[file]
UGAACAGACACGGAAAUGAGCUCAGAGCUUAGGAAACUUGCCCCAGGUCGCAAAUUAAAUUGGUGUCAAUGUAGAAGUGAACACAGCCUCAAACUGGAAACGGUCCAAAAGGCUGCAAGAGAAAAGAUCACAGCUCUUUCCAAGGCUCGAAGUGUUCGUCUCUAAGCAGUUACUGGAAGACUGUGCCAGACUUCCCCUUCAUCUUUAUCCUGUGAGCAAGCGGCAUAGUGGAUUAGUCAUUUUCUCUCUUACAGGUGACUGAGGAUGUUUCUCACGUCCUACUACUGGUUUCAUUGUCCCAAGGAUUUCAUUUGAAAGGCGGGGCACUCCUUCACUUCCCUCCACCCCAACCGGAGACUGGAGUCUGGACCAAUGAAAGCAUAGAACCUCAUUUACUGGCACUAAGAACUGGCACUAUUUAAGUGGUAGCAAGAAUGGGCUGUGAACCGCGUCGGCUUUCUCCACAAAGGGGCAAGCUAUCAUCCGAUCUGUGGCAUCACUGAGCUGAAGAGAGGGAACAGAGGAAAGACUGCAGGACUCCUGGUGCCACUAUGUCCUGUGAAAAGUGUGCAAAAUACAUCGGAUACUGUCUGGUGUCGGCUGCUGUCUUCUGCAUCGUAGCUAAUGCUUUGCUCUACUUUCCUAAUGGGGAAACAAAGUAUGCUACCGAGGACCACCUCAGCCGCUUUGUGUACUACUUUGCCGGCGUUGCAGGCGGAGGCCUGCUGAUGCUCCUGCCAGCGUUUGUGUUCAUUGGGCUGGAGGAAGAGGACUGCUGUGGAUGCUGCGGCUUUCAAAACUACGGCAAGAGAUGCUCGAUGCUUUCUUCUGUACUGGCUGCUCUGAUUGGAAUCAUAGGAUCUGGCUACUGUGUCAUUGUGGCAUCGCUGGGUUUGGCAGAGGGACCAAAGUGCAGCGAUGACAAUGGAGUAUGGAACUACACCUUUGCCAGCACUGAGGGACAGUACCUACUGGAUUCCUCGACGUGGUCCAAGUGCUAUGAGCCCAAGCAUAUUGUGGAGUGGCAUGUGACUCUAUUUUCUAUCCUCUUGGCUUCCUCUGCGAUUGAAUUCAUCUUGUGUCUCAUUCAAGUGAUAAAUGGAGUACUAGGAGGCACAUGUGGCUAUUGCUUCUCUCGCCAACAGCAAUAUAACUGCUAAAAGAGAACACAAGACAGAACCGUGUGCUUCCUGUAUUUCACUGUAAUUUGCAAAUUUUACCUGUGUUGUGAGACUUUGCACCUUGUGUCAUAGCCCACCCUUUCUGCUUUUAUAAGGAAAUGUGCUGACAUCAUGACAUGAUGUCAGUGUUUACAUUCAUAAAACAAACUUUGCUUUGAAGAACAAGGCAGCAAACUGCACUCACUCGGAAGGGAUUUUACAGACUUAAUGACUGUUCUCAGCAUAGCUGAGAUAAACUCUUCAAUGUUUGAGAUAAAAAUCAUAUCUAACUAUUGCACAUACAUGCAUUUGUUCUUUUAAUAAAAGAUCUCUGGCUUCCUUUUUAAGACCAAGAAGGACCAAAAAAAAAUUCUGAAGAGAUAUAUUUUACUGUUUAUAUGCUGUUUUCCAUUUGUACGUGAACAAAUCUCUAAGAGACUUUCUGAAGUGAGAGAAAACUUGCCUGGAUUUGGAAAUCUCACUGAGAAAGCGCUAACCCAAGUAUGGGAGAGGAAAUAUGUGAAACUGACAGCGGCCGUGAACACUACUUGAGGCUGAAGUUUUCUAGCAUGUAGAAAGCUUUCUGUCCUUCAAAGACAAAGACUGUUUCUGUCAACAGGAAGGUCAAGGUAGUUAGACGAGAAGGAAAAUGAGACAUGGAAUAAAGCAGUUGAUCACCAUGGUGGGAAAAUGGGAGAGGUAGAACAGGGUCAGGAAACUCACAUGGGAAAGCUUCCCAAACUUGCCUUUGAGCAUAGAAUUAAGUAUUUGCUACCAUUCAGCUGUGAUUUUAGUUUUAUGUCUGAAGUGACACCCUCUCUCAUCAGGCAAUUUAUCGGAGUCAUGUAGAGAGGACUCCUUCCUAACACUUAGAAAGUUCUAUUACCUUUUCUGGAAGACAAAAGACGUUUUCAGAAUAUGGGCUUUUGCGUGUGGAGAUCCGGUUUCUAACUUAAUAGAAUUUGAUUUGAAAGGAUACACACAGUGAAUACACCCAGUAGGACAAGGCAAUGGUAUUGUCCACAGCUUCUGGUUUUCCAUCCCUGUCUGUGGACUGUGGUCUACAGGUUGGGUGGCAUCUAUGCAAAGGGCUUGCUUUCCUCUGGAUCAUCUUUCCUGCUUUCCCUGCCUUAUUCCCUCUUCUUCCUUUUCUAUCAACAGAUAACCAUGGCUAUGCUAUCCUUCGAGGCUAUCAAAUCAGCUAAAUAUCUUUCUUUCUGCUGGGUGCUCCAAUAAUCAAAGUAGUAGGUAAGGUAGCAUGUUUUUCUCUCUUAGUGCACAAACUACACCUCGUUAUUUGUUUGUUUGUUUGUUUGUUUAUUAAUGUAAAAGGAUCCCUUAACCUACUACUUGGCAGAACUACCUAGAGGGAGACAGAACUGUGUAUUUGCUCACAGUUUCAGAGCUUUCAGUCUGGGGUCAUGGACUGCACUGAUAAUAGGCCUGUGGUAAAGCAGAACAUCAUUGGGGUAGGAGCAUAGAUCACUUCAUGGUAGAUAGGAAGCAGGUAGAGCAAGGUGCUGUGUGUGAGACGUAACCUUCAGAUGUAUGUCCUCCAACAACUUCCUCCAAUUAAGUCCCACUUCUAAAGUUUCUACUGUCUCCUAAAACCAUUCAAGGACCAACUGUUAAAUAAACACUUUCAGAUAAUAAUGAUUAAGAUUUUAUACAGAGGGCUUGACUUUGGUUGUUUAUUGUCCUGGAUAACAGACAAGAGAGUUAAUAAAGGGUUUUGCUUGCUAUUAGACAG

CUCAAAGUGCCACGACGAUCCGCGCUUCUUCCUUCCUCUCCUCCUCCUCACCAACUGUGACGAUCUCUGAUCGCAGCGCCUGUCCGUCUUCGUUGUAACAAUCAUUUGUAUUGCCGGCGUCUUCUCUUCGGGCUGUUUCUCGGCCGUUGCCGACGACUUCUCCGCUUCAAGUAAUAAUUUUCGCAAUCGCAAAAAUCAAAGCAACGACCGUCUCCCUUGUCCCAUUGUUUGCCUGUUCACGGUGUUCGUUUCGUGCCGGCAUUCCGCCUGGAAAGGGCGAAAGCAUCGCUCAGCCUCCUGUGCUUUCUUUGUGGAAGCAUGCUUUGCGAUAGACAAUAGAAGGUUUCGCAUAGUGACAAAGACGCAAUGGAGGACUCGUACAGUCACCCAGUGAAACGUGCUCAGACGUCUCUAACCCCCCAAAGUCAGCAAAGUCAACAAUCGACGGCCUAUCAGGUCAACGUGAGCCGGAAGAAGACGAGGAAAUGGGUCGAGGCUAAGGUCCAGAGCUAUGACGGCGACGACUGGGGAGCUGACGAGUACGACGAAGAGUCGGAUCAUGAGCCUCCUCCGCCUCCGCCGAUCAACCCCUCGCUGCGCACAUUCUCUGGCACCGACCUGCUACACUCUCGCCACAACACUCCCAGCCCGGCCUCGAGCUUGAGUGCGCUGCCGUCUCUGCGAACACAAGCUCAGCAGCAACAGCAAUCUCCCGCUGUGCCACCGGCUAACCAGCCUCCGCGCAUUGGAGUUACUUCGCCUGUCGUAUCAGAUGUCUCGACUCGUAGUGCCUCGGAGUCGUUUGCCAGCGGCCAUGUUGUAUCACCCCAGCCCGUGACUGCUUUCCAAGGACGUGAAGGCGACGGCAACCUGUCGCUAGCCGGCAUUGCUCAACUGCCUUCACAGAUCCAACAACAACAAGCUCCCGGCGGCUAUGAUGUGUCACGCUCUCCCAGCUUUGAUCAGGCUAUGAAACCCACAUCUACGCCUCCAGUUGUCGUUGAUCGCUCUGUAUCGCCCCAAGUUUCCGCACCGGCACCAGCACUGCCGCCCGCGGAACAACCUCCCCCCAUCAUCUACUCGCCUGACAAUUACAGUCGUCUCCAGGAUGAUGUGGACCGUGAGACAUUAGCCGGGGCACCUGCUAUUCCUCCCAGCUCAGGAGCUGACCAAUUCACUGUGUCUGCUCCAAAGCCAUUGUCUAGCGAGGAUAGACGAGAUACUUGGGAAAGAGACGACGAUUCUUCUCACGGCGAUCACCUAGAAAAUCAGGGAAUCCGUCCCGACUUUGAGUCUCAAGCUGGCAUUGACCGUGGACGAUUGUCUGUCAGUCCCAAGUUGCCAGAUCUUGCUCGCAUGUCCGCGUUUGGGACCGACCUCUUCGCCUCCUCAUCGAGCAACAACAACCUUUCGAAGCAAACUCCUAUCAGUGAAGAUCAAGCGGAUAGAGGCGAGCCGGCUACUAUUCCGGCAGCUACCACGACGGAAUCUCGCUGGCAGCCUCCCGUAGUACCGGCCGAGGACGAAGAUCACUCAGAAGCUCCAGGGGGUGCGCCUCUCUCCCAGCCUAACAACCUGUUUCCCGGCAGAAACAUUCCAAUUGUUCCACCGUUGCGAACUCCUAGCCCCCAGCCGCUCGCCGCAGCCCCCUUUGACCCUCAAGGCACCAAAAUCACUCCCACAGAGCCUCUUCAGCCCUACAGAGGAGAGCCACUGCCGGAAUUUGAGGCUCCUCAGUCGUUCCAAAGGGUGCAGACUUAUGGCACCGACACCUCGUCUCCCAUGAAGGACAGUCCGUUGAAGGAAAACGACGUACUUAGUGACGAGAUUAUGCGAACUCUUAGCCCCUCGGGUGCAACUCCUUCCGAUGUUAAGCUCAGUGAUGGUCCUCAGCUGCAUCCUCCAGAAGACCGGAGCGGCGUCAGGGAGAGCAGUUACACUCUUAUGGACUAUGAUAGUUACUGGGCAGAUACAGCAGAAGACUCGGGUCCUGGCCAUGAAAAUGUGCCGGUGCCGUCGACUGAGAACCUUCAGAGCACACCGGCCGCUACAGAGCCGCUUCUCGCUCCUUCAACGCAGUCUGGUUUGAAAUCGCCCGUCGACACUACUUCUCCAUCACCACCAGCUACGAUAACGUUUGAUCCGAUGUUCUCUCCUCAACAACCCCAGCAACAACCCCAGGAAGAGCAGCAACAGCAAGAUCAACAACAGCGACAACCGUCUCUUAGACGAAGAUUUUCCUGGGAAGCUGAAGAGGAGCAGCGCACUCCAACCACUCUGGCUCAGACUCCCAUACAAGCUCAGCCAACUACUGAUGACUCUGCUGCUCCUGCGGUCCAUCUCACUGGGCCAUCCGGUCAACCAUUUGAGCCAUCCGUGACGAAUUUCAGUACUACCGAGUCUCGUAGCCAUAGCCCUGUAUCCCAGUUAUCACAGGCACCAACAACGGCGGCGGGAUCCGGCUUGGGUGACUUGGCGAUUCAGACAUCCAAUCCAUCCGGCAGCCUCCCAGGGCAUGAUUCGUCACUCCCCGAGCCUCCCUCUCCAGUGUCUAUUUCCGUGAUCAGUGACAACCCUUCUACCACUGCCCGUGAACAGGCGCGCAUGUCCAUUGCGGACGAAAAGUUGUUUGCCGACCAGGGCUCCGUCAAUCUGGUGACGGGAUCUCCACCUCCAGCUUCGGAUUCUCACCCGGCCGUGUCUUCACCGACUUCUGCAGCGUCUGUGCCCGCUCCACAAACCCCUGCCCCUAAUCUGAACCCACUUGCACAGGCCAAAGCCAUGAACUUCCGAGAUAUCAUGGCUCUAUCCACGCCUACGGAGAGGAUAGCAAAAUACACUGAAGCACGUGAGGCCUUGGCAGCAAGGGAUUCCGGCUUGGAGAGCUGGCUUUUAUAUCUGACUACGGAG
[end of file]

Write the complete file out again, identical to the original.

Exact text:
UGAACAGACACGGAAAUGAGCUCAGAGCUUAGGAAACUUGCCCCAGGUCGCAAAUUAAAUUGGUGUCAAUGUAGAAGUGAACACAGCCUCAAACUGGAAACGGUCCAAAAGGCUGCAAGAGAAAAGAUCACAGCUCUUUCCAAGGCUCGAAGUGUUCGUCUCUAAGCAGUUACUGGAAGACUGUGCCAGACUUCCCCUUCAUCUUUAUCCUGUGAGCAAGCGGCAUAGUGGAUUAGUCAUUUUCUCUCUUACAGGUGACUGAGGAUGUUUCUCACGUCCUACUACUGGUUUCAUUGUCCCAAGGAUUUCAUUUGAAAGGCGGGGCACUCCUUCACUUCCCUCCACCCCAACCGGAGACUGGAGUCUGGACCAAUGAAAGCAUAGAACCUCAUUUACUGGCACUAAGAACUGGCACUAUUUAAGUGGUAGCAAGAAUGGGCUGUGAACCGCGUCGGCUUUCUCCACAAAGGGGCAAGCUAUCAUCCGAUCUGUGGCAUCACUGAGCUGAAGAGAGGGAACAGAGGAAAGACUGCAGGACUCCUGGUGCCACUAUGUCCUGUGAAAAGUGUGCAAAAUACAUCGGAUACUGUCUGGUGUCGGCUGCUGUCUUCUGCAUCGUAGCUAAUGCUUUGCUCUACUUUCCUAAUGGGGAAACAAAGUAUGCUACCGAGGACCACCUCAGCCGCUUUGUGUACUACUUUGCCGGCGUUGCAGGCGGAGGCCUGCUGAUGCUCCUGCCAGCGUUUGUGUUCAUUGGGCUGGAGGAAGAGGACUGCUGUGGAUGCUGCGGCUUUCAAAACUACGGCAAGAGAUGCUCGAUGCUUUCUUCUGUACUGGCUGCUCUGAUUGGAAUCAUAGGAUCUGGCUACUGUGUCAUUGUGGCAUCGCUGGGUUUGGCAGAGGGACCAAAGUGCAGCGAUGACAAUGGAGUAUGGAACUACACCUUUGCCAGCACUGAGGGACAGUACCUACUGGAUUCCUCGACGUGGUCCAAGUGCUAUGAGCCCAAGCAUAUUGUGGAGUGGCAUGUGACUCUAUUUUCUAUCCUCUUGGCUUCCUCUGCGAUUGAAUUCAUCUUGUGUCUCAUUCAAGUGAUAAAUGGAGUACUAGGAGGCACAUGUGGCUAUUGCUUCUCUCGCCAACAGCAAUAUAACUGCUAAAAGAGAACACAAGACAGAACCGUGUGCUUCCUGUAUUUCACUGUAAUUUGCAAAUUUUACCUGUGUUGUGAGACUUUGCACCUUGUGUCAUAGCCCACCCUUUCUGCUUUUAUAAGGAAAUGUGCUGACAUCAUGACAUGAUGUCAGUGUUUACAUUCAUAAAACAAACUUUGCUUUGAAGAACAAGGCAGCAAACUGCACUCACUCGGAAGGGAUUUUACAGACUUAAUGACUGUUCUCAGCAUAGCUGAGAUAAACUCUUCAAUGUUUGAGAUAAAAAUCAUAUCUAACUAUUGCACAUACAUGCAUUUGUUCUUUUAAUAAAAGAUCUCUGGCUUCCUUUUUAAGACCAAGAAGGACCAAAAAAAAAUUCUGAAGAGAUAUAUUUUACUGUUUAUAUGCUGUUUUCCAUUUGUACGUGAACAAAUCUCUAAGAGACUUUCUGAAGUGAGAGAAAACUUGCCUGGAUUUGGAAAUCUCACUGAGAAAGCGCUAACCCAAGUAUGGGAGAGGAAAUAUGUGAAACUGACAGCGGCCGUGAACACUACUUGAGGCUGAAGUUUUCUAGCAUGUAGAAAGCUUUCUGUCCUUCAAAGACAAAGACUGUUUCUGUCAACAGGAAGGUCAAGGUAGUUAGACGAGAAGGAAAAUGAGACAUGGAAUAAAGCAGUUGAUCACCAUGGUGGGAAAAUGGGAGAGGUAGAACAGGGUCAGGAAACUCACAUGGGAAAGCUUCCCAAACUUGCCUUUGAGCAUAGAAUUAAGUAUUUGCUACCAUUCAGCUGUGAUUUUAGUUUUAUGUCUGAAGUGACACCCUCUCUCAUCAGGCAAUUUAUCGGAGUCAUGUAGAGAGGACUCCUUCCUAACACUUAGAAAGUUCUAUUACCUUUUCUGGAAGACAAAAGACGUUUUCAGAAUAUGGGCUUUUGCGUGUGGAGAUCCGGUUUCUAACUUAAUAGAAUUUGAUUUGAAAGGAUACACACAGUGAAUACACCCAGUAGGACAAGGCAAUGGUAUUGUCCACAGCUUCUGGUUUUCCAUCCCUGUCUGUGGACUGUGGUCUACAGGUUGGGUGGCAUCUAUGCAAAGGGCUUGCUUUCCUCUGGAUCAUCUUUCCUGCUUUCCCUGCCUUAUUCCCUCUUCUUCCUUUUCUAUCAACAGAUAACCAUGGCUAUGCUAUCCUUCGAGGCUAUCAAAUCAGCUAAAUAUCUUUCUUUCUGCUGGGUGCUCCAAUAAUCAAAGUAGUAGGUAAGGUAGCAUGUUUUUCUCUCUUAGUGCACAAACUACACCUCGUUAUUUGUUUGUUUGUUUGUUUGUUUAUUAAUGUAAAAGGAUCCCUUAACCUACUACUUGGCAGAACUACCUAGAGGGAGACAGAACUGUGUAUUUGCUCACAGUUUCAGAGCUUUCAGUCUGGGGUCAUGGACUGCACUGAUAAUAGGCCUGUGGUAAAGCAGAACAUCAUUGGGGUAGGAGCAUAGAUCACUUCAUGGUAGAUAGGAAGCAGGUAGAGCAAGGUGCUGUGUGUGAGACGUAACCUUCAGAUGUAUGUCCUCCAACAACUUCCUCCAAUUAAGUCCCACUUCUAAAGUUUCUACUGUCUCCUAAAACCAUUCAAGGACCAACUGUUAAAUAAACACUUUCAGAUAAUAAUGAUUAAGAUUUUAUACAGAGGGCUUGACUUUGGUUGUUUAUUGUCCUGGAUAACAGACAAGAGAGUUAAUAAAGGGUUUUGCUUGCUAUUAGACAG

CUCAAAGUGCCACGACGAUCCGCGCUUCUUCCUUCCUCUCCUCCUCCUCACCAACUGUGACGAUCUCUGAUCGCAGCGCCUGUCCGUCUUCGUUGUAACAAUCAUUUGUAUUGCCGGCGUCUUCUCUUCGGGCUGUUUCUCGGCCGUUGCCGACGACUUCUCCGCUUCAAGUAAUAAUUUUCGCAAUCGCAAAAAUCAAAGCAACGACCGUCUCCCUUGUCCCAUUGUUUGCCUGUUCACGGUGUUCGUUUCGUGCCGGCAUUCCGCCUGGAAAGGGCGAAAGCAUCGCUCAGCCUCCUGUGCUUUCUUUGUGGAAGCAUGCUUUGCGAUAGACAAUAGAAGGUUUCGCAUAGUGACAAAGACGCAAUGGAGGACUCGUACAGUCACCCAGUGAAACGUGCUCAGACGUCUCUAACCCCCCAAAGUCAGCAAAGUCAACAAUCGACGGCCUAUCAGGUCAACGUGAGCCGGAAGAAGACGAGGAAAUGGGUCGAGGCUAAGGUCCAGAGCUAUGACGGCGACGACUGGGGAGCUGACGAGUACGACGAAGAGUCGGAUCAUGAGCCUCCUCCGCCUCCGCCGAUCAACCCCUCGCUGCGCACAUUCUCUGGCACCGACCUGCUACACUCUCGCCACAACACUCCCAGCCCGGCCUCGAGCUUGAGUGCGCUGCCGUCUCUGCGAACACAAGCUCAGCAGCAACAGCAAUCUCCCGCUGUGCCACCGGCUAACCAGCCUCCGCGCAUUGGAGUUACUUCGCCUGUCGUAUCAGAUGUCUCGACUCGUAGUGCCUCGGAGUCGUUUGCCAGCGGCCAUGUUGUAUCACCCCAGCCCGUGACUGCUUUCCAAGGACGUGAAGGCGACGGCAACCUGUCGCUAGCCGGCAUUGCUCAACUGCCUUCACAGAUCCAACAACAACAAGCUCCCGGCGGCUAUGAUGUGUCACGCUCUCCCAGCUUUGAUCAGGCUAUGAAACCCACAUCUACGCCUCCAGUUGUCGUUGAUCGCUCUGUAUCGCCCCAAGUUUCCGCACCGGCACCAGCACUGCCGCCCGCGGAACAACCUCCCCCCAUCAUCUACUCGCCUGACAAUUACAGUCGUCUCCAGGAUGAUGUGGACCGUGAGACAUUAGCCGGGGCACCUGCUAUUCCUCCCAGCUCAGGAGCUGACCAAUUCACUGUGUCUGCUCCAAAGCCAUUGUCUAGCGAGGAUAGACGAGAUACUUGGGAAAGAGACGACGAUUCUUCUCACGGCGAUCACCUAGAAAAUCAGGGAAUCCGUCCCGACUUUGAGUCUCAAGCUGGCAUUGACCGUGGACGAUUGUCUGUCAGUCCCAAGUUGCCAGAUCUUGCUCGCAUGUCCGCGUUUGGGACCGACCUCUUCGCCUCCUCAUCGAGCAACAACAACCUUUCGAAGCAAACUCCUAUCAGUGAAGAUCAAGCGGAUAGAGGCGAGCCGGCUACUAUUCCGGCAGCUACCACGACGGAAUCUCGCUGGCAGCCUCCCGUAGUACCGGCCGAGGACGAAGAUCACUCAGAAGCUCCAGGGGGUGCGCCUCUCUCCCAGCCUAACAACCUGUUUCCCGGCAGAAACAUUCCAAUUGUUCCACCGUUGCGAACUCCUAGCCCCCAGCCGCUCGCCGCAGCCCCCUUUGACCCUCAAGGCACCAAAAUCACUCCCACAGAGCCUCUUCAGCCCUACAGAGGAGAGCCACUGCCGGAAUUUGAGGCUCCUCAGUCGUUCCAAAGGGUGCAGACUUAUGGCACCGACACCUCGUCUCCCAUGAAGGACAGUCCGUUGAAGGAAAACGACGUACUUAGUGACGAGAUUAUGCGAACUCUUAGCCCCUCGGGUGCAACUCCUUCCGAUGUUAAGCUCAGUGAUGGUCCUCAGCUGCAUCCUCCAGAAGACCGGAGCGGCGUCAGGGAGAGCAGUUACACUCUUAUGGACUAUGAUAGUUACUGGGCAGAUACAGCAGAAGACUCGGGUCCUGGCCAUGAAAAUGUGCCGGUGCCGUCGACUGAGAACCUUCAGAGCACACCGGCCGCUACAGAGCCGCUUCUCGCUCCUUCAACGCAGUCUGGUUUGAAAUCGCCCGUCGACACUACUUCUCCAUCACCACCAGCUACGAUAACGUUUGAUCCGAUGUUCUCUCCUCAACAACCCCAGCAACAACCCCAGGAAGAGCAGCAACAGCAAGAUCAACAACAGCGACAACCGUCUCUUAGACGAAGAUUUUCCUGGGAAGCUGAAGAGGAGCAGCGCACUCCAACCACUCUGGCUCAGACUCCCAUACAAGCUCAGCCAACUACUGAUGACUCUGCUGCUCCUGCGGUCCAUCUCACUGGGCCAUCCGGUCAACCAUUUGAGCCAUCCGUGACGAAUUUCAGUACUACCGAGUCUCGUAGCCAUAGCCCUGUAUCCCAGUUAUCACAGGCACCAACAACGGCGGCGGGAUCCGGCUUGGGUGACUUGGCGAUUCAGACAUCCAAUCCAUCCGGCAGCCUCCCAGGGCAUGAUUCGUCACUCCCCGAGCCUCCCUCUCCAGUGUCUAUUUCCGUGAUCAGUGACAACCCUUCUACCACUGCCCGUGAACAGGCGCGCAUGUCCAUUGCGGACGAAAAGUUGUUUGCCGACCAGGGCUCCGUCAAUCUGGUGACGGGAUCUCCACCUCCAGCUUCGGAUUCUCACCCGGCCGUGUCUUCACCGACUUCUGCAGCGUCUGUGCCCGCUCCACAAACCCCUGCCCCUAAUCUGAACCCACUUGCACAGGCCAAAGCCAUGAACUUCCGAGAUAUCAUGGCUCUAUCCACGCCUACGGAGAGGAUAGCAAAAUACACUGAAGCACGUGAGGCCUUGGCAGCAAGGGAUUCCGGCUUGGAGAGCUGGCUUUUAUAUCUGACUACGGAG